Holiday foods are usually more extravagant and energy-rich than day-to-day fare. Yet, it’s not only the special food choices that have the potential to lead to holiday weight gain. The holiday season is full of daily challenges that can quickly upend your health behaviors, sometimes leading to holiday weight gain or the more problematic backlash of disordered eating.
It is also a time of emotional upheaval for many. As you may be familiar with, emotional challenges and high stress levels can lead to eating more, or at least more erratically. This article will delve into the many reasons the holiday season can lead to food challenges and holiday weight gain and what you can do about them.
Physiological Challenges and Holiday Weight Gain
There are challenges to your body’s normal functioning during this time of year, possibly leading to holiday weight gain. But these challenges are not necessarily due only to holiday celebrations.
From Thanksgiving to Christmas and New Year’s, the holidays take place as the length of daylight is shortening. The longer hours of darkness can lead to what has been termed “seasonal depression.” The lack of sunlight really can add gloom to peoples’ lives, which many attempt to remedy by high carbohydrate, high-fat foods. If this creates an energy surplus continually, weight gain is guaranteed.
An energy surplus occurs when food intake has a higher energy total than what the body uses to keep us alive and active. Unfortunately, with the holiday season comes colder temperatures, as well. These colder temperatures tend to decrease physical activities for many. Curling up on the couch with a blanket is a bit more tempting when faced with the colder, darker outdoors as an alternative.
We see that comfort eating can increase due to seasonal gloom. We see that colder weather may reduce physical activity. But the holiday season can cause a third physical issue that might lead to weight gain.
The holiday season can be an exciting, activity-filled time. Yet, there is no doubt it is a busy time. One essential need that can be thwarted throughout the holiday season is a regular sleep schedule. Unfortunately, research has shown us that weight can be affected when a person goes through periods without sufficient sleep.1
To help with these seasonal challenges, try these tips:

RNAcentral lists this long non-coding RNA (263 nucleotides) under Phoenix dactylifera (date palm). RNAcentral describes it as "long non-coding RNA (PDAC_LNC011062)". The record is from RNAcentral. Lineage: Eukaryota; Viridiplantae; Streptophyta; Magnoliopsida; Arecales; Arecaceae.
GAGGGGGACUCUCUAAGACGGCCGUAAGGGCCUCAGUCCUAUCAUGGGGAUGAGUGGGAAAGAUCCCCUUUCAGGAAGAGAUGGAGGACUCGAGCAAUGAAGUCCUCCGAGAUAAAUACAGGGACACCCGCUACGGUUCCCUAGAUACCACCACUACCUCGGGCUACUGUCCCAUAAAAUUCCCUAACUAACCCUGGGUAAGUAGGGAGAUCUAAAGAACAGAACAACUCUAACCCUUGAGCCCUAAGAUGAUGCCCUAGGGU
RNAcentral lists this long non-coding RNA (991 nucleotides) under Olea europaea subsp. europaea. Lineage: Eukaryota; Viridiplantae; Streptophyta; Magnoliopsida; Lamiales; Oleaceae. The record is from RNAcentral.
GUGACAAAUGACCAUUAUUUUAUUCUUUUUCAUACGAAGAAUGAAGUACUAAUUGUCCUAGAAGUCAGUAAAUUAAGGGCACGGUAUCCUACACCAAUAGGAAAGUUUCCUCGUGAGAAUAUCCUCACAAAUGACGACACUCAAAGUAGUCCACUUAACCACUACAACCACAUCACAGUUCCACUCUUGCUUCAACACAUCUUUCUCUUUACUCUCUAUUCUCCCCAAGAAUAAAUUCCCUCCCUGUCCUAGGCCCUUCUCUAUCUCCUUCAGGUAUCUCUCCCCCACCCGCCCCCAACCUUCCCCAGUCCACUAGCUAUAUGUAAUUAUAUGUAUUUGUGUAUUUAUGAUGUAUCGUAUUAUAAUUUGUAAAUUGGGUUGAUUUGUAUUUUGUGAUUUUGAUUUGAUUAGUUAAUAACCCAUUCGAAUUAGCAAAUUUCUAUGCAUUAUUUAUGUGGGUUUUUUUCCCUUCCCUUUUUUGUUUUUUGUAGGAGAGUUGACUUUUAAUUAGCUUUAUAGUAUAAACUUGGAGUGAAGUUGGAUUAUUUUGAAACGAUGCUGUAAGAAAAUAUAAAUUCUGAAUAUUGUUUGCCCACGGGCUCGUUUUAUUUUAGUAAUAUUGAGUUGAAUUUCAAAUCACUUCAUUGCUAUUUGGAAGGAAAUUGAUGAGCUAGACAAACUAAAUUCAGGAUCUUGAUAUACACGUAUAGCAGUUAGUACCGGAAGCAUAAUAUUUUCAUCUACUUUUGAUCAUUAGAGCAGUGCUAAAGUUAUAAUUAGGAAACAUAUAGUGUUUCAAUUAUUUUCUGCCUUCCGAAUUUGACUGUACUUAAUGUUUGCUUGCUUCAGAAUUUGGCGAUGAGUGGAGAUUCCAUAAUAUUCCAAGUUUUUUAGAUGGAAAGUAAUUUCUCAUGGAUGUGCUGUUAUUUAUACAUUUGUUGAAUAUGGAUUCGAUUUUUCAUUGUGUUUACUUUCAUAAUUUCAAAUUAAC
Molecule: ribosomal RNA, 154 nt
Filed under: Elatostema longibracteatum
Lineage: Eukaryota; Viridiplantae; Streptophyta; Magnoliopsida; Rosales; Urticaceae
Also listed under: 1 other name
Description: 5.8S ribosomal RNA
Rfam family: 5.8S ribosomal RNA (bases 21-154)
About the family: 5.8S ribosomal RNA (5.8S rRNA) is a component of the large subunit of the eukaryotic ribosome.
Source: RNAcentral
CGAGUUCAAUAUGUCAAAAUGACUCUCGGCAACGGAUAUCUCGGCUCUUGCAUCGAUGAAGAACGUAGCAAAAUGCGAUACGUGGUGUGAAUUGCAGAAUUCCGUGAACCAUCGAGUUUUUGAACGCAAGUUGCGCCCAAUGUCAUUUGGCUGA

- Get outside in the sunlight for 15 minutes each day, if possible. Use your lunchtime or take a break between tasks to absorb that sunlight for your vitamin D supply.
- Scan YouTube videos for indoor exercises you can enjoy right in your living room. Of course, it’s great to bundle up and enjoy some fun outdoor winter activities, as well!
- Practice stopping harried activities 2 hours before bedtime as often as possible. Try not to use electronics and screens during this time.
- Get just a minute of sunlight first thing in the morning (or as soon as it comes up if you get up before the sun does). This can help your circadian rhythm, a vital element of your wake-sleep cycle.
Scheduling Upheaval during the Holiday Season
Getting endless tasks done for Thanksgiving, holiday parties, church events, Christmas Eve, Christmas Day, and New Year’s Eve celebrations can take a toll on any semblance of a regular schedule.
Many of us take it upon ourselves to become the “Holiday Martyr” and overcommit during the holiday season. As each decade increases the requirements of our schedules, it seems we may have forgotten that saying “no” is a viable option. Yet, it is becoming apparent that this lost ability is essential for our physical and soul health. Learning to say “no” more often may be a skill worth relearning.
The first thing to go
Unfortunately, and ironically, some everyday things to fall by the wayside are often daily Bible reading and prayer. In our attempts to celebrate the birth of Christ, we often relegate our focus on Him to the shelf and pull out the elf instead. At this point, I’m reminded of Voddie Baucham’s quote, “If you can’t say amen, you gotta say ouch!”2